When planning a funeral, you will have to discuss difficult subjects at a time when you may be experiencing feelings of sadness and loss.
Funeral directors play a critical role in planning and carrying out a funeral service, in accordance with your instructions. They have the knowledge and experience to assist families to understand the funeral options available, and to explain the different funeral services and product features to create personalized and meaningful tributes.
They will also complete the necessary legal documentation with the authorities, to register the death and obtain a death certificate.
There are a number of aspects to consider when choosing a Funeral Director:
Funeral homes are often selected because they are close to home, they have been used by the family in the past, or they have been recommended by a trusted friend. While these might be a useful ways of finding a funeral home during a distressing time, limiting the search to a single funeral home may result in paying more than is necessary and/or reducing your choices of services available.
Choosing an Independent Family Owned or Corporate Owned Funeral Home? There are two types of funeral homes in Australia. There are benefits to both types, so it is important to know which type of funeral home is most appropriate for you.
Independent and Family Owned Funeral Homes are locally or family owned businesses, that were established without the assistance of a large corporation, and many families have been in the funeral profession for generations. Generally, they have greater flexibility when it comes to pricing, with lower overheads and fewer financial commitments.
You will be able to liaise directly with the owner and operators of the funeral home, who are not obliged to follow large corporate policies or directives. This means they can be very flexible and individual with funeral arrangements. They are also not bound to particular suppliers, and are able to provide personalised items from a range of businesses eg coffins, urns, flowers and caterers.
Corporate Owned Funeral Homes are owned by a large corporation, for example those that are publicly listed on the stock exchange, like Invocare Limited, which operates 250 funeral locations and 14 cemeteries and crematoria, in Australia, New Zealand, Singapore and the USA.
Large corporate companies generally benefit from large volume corporate buying power, and they can own subsidiary companies that provide coffins and flowers etc. This does not necessarily mean that these lower prices are passed onto the consumer. As a public company, they are required to focus on keeping their share price elevated by achieving the highest possible return for a large group of shareholders.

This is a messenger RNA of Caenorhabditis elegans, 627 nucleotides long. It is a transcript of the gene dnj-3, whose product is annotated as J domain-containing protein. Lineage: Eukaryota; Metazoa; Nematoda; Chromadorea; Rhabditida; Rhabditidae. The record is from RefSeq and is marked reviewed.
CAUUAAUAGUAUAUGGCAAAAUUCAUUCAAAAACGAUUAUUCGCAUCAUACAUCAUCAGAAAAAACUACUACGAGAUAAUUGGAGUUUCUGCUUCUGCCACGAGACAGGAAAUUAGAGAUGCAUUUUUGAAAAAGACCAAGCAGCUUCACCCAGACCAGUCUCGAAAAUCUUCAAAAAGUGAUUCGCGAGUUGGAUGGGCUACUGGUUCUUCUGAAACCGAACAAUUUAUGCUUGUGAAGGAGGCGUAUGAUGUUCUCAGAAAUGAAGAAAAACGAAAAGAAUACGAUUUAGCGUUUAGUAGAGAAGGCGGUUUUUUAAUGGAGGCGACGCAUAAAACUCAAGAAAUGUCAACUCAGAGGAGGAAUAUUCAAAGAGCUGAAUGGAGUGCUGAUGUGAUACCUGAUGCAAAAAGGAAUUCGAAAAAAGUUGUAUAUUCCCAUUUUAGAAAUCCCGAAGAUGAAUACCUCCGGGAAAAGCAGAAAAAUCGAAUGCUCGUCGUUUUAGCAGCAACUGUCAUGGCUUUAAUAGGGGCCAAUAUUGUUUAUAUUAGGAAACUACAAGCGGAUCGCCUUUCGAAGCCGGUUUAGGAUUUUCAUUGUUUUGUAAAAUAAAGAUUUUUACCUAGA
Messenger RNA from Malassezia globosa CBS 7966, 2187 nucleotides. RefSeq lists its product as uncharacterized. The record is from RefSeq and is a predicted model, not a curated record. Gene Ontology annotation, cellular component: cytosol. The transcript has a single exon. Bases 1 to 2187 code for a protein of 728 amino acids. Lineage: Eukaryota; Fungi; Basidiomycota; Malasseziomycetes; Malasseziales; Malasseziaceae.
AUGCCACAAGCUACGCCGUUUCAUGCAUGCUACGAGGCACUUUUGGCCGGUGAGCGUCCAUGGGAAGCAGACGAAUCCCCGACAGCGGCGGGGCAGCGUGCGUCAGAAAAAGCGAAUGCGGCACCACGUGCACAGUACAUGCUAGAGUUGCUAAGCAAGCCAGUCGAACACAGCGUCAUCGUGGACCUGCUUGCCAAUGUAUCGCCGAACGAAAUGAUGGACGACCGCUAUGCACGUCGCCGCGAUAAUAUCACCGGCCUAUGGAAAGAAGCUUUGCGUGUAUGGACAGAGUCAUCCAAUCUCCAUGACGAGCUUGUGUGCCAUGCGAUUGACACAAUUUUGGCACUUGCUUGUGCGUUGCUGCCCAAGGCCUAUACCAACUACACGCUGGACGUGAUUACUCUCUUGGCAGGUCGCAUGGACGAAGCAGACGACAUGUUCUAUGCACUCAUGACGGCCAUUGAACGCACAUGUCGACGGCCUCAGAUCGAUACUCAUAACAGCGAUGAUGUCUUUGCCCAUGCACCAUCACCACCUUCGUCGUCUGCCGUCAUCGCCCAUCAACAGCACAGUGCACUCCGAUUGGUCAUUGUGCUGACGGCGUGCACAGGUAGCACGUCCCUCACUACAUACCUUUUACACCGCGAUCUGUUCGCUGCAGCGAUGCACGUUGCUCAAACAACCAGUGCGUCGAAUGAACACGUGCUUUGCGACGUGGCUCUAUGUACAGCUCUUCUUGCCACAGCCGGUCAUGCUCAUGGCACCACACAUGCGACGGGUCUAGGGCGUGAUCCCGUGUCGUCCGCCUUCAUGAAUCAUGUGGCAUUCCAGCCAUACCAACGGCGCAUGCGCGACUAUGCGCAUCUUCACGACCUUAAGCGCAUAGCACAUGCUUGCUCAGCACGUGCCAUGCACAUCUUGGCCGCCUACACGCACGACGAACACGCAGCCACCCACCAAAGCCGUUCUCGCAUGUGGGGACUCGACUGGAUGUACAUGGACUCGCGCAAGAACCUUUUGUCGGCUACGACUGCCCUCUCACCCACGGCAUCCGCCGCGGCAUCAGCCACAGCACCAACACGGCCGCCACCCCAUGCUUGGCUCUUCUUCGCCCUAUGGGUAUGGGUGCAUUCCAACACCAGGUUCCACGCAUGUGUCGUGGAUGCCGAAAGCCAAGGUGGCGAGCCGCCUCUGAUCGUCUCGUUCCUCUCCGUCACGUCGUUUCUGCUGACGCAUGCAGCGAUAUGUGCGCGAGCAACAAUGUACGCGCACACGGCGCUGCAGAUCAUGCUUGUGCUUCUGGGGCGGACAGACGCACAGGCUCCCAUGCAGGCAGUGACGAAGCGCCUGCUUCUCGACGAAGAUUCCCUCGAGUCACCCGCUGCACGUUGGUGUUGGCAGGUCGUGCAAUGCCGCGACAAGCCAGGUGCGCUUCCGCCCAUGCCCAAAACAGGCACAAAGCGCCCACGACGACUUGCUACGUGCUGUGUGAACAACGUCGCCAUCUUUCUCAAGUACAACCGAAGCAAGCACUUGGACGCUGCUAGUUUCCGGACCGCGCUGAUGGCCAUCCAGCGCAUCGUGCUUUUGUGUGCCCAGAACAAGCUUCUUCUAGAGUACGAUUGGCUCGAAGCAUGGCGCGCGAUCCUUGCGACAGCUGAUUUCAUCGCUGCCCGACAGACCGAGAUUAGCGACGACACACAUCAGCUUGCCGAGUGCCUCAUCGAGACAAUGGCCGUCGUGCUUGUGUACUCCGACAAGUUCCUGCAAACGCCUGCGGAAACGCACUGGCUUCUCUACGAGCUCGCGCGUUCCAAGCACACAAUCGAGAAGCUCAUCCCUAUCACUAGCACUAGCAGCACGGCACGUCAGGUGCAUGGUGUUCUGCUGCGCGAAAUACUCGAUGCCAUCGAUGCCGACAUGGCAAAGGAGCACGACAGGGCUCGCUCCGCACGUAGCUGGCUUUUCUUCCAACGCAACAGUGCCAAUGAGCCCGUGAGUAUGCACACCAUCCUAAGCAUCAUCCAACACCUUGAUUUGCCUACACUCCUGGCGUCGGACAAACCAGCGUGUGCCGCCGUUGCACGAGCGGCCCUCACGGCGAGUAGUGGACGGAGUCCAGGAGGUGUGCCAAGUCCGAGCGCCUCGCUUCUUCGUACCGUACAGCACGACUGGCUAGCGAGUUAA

Choosing a funeral home that is a part of a large organisation, could mean that you get the guarantees that come with doing business with a multinational company, however missing out on the flexibility that you might require.
In general, most funeral homes are affiliated with at least one industry association, and each of these associations has their own Code of Conduct, which covers professional standards, a members’ obligations to the public, care of the deceased and legislative compliance.
In the funeral profession, many of the advertised ‘family owned’ funeral homes are in fact owned by multi-national corporations. If having a ‘family or independently owned’ funeral director is important to you, then you have the right to ask this question.
Initial funeral price comparisons are most easily done over the telephone, and you may request that an estimate be provided in writing and emailed or faxed to you, listing all itemised fees and charges. It is wise to request an itemised break down of costs over the phone before proceeding to make an appointment with a funeral home.
If you are going in person, be sure to take a family member or friend with you, to help ask questions about options and costs and possibly assist you with making difficult decisions. When choosing a funeral home, it’s important that they can meet all your needs and accommodate your particular wishes, and have experience planning the type of funeral you want.
If you wish to personalise the funeral service, there are many options available to you. See the two sections ‘Personalising a Funeral’ on our website for more information.
Your first meeting with a funeral director is an opportunity for you to ask questions, learn more about the services offered, and obtaint a general sense of the professionalism of the funeral home. Most importantly, you should feel comfortable with the funeral director.
If you have documentation such as a Birth, Marriage or Citizenship Certificates, it is advisable to take these with you. Please see our article on ‘What to Take to a Funeral Director’ for further information and print out our Checklist.
Do not agree to any funeral arrangements that make you feel uncomfortable, and at no point should you feel that the funeral director is pressuring you to add unwanted services.